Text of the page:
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Managing Family Conflicts When Caring For a Parent

Managing Family Conflicts When Caring For a Parent

Family squabbles are practically tradition, but when a parent or other loved one needs additional care, the stress can put further strain on family dynamics. When Sunday dinners threaten to turn into screaming matches and insult fests, it's time to find new ways to communicate and find resolutions.

Pick Your Battles

Does it really matter if Dad has a first- or second-floor room as long as it's in a nice community and near the elevator? If Mom is more comfortable wearing her house dress all day than putting on slacks and a blouse, is that an argument really worth pursuing? Some issues are bigger than others. While your preferences may feel important in the moment, taking a step back to see the big picture could save you a lot of grief in the long run. Pick your battles wisely; if you're waging war over something that won't have a significant impact on finances, health or safety, it may be time to let it go.

Listen at Least as Much as You Talk

Only 10% of people are listening effectively. The rest of us are distracted by our smartphones, focused on other things or waiting for our turn to talk. As a result, it's easy to miss someone else's point, and that's when minor miscommunications turn into major issues.

Practice active listening by:

  • Putting other tasks aside and practicing solely on listening
  • Making it your goal to learn something new from each conversation
  • Using positive feedback to engage with and encourage the speaker
  • Prompting further dialogue using open-ended questions
  • Summarizing what you heard to verify you've grasped the intended meaning

Find Time for Self-Care

You can't pour from an empty cup. Being a caregiver is tiring work. No matter how much you adore your aging loved one, you can't be there for them if you're constantly sacrificing your own emotional and mental well-being. Find ways to replenish your reserves. That may mean scheduling regular yoga classes, getting a biweekly massage or just carving out 30 minutes every day to play a game on your phone or read a chapter of a current bestseller. Small things like getting your nails done or putting music on while you do laundry can help too.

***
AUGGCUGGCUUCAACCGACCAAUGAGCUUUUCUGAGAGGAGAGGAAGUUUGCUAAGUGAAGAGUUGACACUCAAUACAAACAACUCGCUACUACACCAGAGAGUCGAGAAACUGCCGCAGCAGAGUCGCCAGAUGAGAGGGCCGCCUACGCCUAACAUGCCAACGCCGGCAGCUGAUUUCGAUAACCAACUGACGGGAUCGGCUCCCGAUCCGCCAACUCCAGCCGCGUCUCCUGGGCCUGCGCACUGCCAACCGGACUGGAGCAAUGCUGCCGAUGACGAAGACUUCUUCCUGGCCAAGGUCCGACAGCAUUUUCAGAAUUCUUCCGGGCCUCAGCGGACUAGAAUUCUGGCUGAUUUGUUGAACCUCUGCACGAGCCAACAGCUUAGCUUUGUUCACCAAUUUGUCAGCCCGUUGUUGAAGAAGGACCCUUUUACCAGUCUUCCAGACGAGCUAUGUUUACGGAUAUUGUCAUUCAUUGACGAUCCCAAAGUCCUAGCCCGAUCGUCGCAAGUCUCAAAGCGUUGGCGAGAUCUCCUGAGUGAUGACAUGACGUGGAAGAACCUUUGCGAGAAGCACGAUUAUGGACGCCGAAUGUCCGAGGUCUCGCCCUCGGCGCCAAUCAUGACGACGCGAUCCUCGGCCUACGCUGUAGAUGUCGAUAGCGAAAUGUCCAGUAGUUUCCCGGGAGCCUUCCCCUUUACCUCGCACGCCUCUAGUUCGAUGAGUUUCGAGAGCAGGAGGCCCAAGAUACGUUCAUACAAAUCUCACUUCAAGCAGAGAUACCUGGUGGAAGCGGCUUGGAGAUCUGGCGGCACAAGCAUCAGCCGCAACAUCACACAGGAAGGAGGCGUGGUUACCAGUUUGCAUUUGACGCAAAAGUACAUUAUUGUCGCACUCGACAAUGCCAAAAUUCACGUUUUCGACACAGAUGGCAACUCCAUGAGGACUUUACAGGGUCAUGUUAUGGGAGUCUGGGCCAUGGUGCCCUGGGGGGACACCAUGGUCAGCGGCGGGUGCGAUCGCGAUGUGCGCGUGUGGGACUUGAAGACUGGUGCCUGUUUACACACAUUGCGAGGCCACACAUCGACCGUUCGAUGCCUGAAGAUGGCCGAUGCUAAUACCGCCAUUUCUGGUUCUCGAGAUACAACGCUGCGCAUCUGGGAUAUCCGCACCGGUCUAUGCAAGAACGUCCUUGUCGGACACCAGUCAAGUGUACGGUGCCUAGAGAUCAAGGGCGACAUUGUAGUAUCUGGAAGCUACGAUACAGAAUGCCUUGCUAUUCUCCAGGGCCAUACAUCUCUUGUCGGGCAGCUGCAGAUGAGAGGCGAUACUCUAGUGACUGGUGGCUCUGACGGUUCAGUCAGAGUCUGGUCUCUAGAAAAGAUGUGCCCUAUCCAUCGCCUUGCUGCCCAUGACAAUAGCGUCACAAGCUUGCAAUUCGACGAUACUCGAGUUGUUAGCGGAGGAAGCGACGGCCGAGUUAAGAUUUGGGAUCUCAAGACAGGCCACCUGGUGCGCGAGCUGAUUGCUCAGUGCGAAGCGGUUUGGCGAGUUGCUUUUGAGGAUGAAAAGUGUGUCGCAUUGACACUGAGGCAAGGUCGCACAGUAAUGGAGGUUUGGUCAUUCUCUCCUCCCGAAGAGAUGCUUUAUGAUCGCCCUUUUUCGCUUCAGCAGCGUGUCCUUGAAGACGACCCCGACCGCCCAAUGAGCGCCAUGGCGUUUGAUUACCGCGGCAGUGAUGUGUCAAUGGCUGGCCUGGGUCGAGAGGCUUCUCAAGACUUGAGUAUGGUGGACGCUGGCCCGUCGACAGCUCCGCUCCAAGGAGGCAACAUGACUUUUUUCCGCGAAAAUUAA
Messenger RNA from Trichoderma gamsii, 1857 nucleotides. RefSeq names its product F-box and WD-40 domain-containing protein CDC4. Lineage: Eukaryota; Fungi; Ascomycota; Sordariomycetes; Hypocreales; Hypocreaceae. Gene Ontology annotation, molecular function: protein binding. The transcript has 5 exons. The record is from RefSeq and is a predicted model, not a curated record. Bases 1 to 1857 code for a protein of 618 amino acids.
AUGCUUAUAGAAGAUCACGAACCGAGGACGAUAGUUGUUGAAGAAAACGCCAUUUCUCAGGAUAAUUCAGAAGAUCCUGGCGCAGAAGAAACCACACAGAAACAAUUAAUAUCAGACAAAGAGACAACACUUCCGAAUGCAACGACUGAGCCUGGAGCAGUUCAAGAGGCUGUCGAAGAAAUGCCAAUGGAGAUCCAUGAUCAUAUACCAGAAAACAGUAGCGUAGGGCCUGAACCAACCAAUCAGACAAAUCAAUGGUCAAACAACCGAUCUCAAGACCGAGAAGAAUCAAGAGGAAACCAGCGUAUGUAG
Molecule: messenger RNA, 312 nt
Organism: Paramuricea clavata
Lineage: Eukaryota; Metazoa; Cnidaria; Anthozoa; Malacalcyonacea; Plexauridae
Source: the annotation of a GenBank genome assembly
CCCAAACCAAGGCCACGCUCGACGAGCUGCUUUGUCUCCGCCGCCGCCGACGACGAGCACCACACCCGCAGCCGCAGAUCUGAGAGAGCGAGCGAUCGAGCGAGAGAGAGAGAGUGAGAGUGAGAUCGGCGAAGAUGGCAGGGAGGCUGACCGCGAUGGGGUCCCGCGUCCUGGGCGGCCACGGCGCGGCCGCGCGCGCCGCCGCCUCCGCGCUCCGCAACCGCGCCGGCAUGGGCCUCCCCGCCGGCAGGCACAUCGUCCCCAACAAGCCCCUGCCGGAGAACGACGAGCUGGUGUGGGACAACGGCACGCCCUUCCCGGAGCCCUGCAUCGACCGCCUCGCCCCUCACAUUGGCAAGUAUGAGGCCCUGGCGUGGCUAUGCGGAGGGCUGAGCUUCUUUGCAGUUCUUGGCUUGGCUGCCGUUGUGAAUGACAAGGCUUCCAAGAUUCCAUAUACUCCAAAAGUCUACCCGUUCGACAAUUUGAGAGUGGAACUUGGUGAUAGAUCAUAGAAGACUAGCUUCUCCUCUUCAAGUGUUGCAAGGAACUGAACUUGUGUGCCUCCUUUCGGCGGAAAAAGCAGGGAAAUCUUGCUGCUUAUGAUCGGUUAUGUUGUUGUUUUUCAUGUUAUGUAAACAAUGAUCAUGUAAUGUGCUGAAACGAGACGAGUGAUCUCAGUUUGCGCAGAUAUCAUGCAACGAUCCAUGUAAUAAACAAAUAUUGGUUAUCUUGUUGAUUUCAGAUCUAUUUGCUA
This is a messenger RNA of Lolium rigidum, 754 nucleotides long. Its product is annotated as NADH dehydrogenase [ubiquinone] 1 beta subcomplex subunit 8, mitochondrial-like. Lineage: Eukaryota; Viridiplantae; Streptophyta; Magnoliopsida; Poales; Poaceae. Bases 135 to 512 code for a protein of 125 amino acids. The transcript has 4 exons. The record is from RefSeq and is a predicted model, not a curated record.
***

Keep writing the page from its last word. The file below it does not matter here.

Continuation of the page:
Remember the "We" Aspect, Not Just the "You"

You care about your loved one so much it sometimes hurts. Guess what? You're not alone. Your other family members are likely just as dedicated. They hurt like you hurt, worry like you worry and are every bit as eager to find a mutually satisfactory solution as you are. While doing the lion's share of the organizational work or research may make you feel like your opinion is the only one that matters, that point of view practically begs for conflict.

Try to disassociate your emotions and aim for what's best for your parent, even if it's not necessarily what you want or need. It's integral to find common ground with your siblings, and that may mean swallowing some unpleasant truths or letting old hurts slide.

Try to Concentrate on the Present

You have enough on your plate without dwelling on what you think should happen or what might occur in the future. Borrowing trouble, so to speak, is a recipe for stress, and you're expending much-needed energy on scenarios that are completely unrealistic or may otherwise never actually come to fruition.

Take stock of the situation as it currently stands and address problems with that snapshot in mind. Yes, circumstances may change, but you can't account for the dozens or even hundreds of paths life may take, so it's best to focus on the here and now. Doing so will make it much easier for your family to come to a consensus.

Ask for Outside Help

When you just can't get on the same page — or if you truly feel like your family members don't have your parent's best interests at heart — it's time to call on a professional. You may want to consult a medical professional to gain a better understanding of your parent's physical limitations or talk with a lawyer or financial advisor to grasp potential legal or monetary issues. Family counseling is a possibility as well.

Transitioning your parents to an assisted living community or other style of senior living can be a tumultuous time. To ease the way, choose a community with support and resources on hand so you can get expert, comprehensive answers to your most important questions. For information on Brightview Senior Living, reach out to a community near you or your family today.


Categories
Health and Wellness, Senior Living Resources, Vibrant Living, Memory Care

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